The key learning strategy at My Learning Oasis Elite Private School is Constructivism. This format facilitates learning by many techniques, most or all of which will be adopted in the classroom. The most dominant of these is group learning. The facilitator places students of different backgrounds in the same group so that they can feed off each other. Each may bring to the table a different reasoning strategy to facilitate problem-solving. Now, each student becomes a learner and a teacher at the same time, as he/she has to communicate his/her solution. This builds the students' knowledge base and by default, increases their confidence to speak in a crowd, albeit a small group at the beginning. The famous educationalist, Vygotsky, proved that by placing students in a group they function at the upper level of their zone of proximal development, each one scaffolding the other.

This strategy is further enhanced by the teacher asking leading questions as opposed to giving the answer outright, then allowing for group discussion. The students are encouraged to make connections between what they have learnt and their life experiences, then share with the group. The effect of this strategy is intrinsic motivation and learning. Each student develops an expanded appreciation of the topic at hand by seeing how it applies in different settings around the world by way of listening to their group members.

This Constructivist approach will be further accentuated by implementing “fish-bowling”. There are many ways to implement this technique. The one that will mostly be used will be by dividing up the larger problem (technical, mathematics, science, or otherwise) into smaller bits and having each student thoughtfully master one part. That student then teaches the group and facilitates a discussion reflection about the strategy (computational or otherwise) used in the solution. Each student in turn does this.

The above techniques enable students to reflect on the material learnt, make real life connections, and develop problem solving skills. One important by-product of the technique of Constructivism is that each student develops an appreciation of each other’s culture. This cultivates healthy people’s skill, which is not only important for the professional world but for life itself.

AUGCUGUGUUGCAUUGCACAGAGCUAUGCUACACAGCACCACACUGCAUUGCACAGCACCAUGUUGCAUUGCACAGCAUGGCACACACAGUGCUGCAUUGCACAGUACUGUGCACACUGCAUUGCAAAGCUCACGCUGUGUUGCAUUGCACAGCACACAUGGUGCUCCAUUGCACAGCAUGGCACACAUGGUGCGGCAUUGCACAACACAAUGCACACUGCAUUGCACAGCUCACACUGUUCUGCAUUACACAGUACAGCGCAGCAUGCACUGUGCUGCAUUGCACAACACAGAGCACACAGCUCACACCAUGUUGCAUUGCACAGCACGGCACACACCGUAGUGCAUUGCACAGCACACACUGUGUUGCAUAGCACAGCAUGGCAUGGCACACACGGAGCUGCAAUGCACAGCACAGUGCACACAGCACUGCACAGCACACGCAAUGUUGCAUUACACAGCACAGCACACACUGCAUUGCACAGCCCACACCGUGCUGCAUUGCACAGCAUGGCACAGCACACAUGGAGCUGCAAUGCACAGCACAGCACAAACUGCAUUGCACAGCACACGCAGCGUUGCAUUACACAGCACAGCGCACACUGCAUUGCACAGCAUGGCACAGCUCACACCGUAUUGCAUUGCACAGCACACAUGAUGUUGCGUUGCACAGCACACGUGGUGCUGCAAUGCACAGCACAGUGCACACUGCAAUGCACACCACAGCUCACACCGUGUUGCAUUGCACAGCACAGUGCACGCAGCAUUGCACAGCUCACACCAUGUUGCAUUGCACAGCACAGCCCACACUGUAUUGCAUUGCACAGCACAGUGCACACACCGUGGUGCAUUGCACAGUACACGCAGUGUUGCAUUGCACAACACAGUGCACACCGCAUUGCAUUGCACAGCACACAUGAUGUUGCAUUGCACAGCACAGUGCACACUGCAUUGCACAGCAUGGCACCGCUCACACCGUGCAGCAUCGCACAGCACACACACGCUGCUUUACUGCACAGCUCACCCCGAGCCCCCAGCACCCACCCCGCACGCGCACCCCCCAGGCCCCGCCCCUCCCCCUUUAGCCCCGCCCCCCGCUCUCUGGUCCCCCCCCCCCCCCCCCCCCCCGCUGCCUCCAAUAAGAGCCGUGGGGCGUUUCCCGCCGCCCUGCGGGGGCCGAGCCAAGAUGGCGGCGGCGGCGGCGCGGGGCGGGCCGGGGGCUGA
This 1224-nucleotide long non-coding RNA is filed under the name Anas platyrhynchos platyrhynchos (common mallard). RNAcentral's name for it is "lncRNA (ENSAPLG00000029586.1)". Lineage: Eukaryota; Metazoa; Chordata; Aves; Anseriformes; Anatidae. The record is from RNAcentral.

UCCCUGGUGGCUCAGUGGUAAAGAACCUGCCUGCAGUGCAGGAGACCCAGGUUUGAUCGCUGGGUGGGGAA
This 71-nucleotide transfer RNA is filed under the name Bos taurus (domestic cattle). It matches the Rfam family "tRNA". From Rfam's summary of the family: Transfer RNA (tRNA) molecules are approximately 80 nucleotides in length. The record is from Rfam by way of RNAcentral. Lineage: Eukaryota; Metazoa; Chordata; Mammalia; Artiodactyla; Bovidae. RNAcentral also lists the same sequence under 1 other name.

Constructivism lends itself well to students whose first language is not the language of instruction and who is new to the class. While other strategies will be used for students having difficulty with the English Language, this technique will definitely be used to enhance their English skill.

Assessment And Evaluation

At My Learning Oasis, course facilitators do not wait for a quiz or exam to determine how well a student is doing. Here, evaluation is an on-going exercise. The pedagogical techniques (refer to Teaching and Learning Strategies) used at My learning Oasis are perhaps the best techniques suited for on-going assessment, hence, they being an integral part of our delivery methodologies.

Concrete assessments are made through projects and assignments. However, the evaluation is based on “our flavor” of the Mastery Teaching technique. This ensures that the emphasis is on the quality of learning and NOT grading. Students' projects and homework will continuously be evaluated and re-evaluated with appropriate guidance to meet the school’s and Ministry’s expectations. At My Learning Oasis, we will work with the students until the projects meet a minimum of a B-grade, unless in extreme circumstances where the willful negligence of the students force lower grades. While this is a lot more taxing on the facilitator, it does not matter because My Learning Oasis is a Learner-centered institution NOT a Grade-Centered nor a Teacher-Centered institution.

Four categories of knowledge and skills are outlined in the achievement chart - knowledge and understanding, thinking, communication, and application. Student’s work is assessed and evaluated with respect to these categories, and that achievement of particular expectations is considered within the appropriate categories. A final grade will then be recorded for this course and if that grade is 50% or higher, a credit is granted to the student and recorded for this course. The final grade for this course will be determined as follows:

For material evaluated throughout the course, seventy percent of the grade will be assigned. This portion of the grade should reflect the student's consistency in his/her level of achievement throughout the course, although special consideration should be given to more recent evidence of achievement.

Thirty percent of the grade will be based on a final evaluation, which is administered towards the end of the course

Final Exam: 30%
Grading for all course work, projects, presentation, participation, interim quizzes and exam: 70%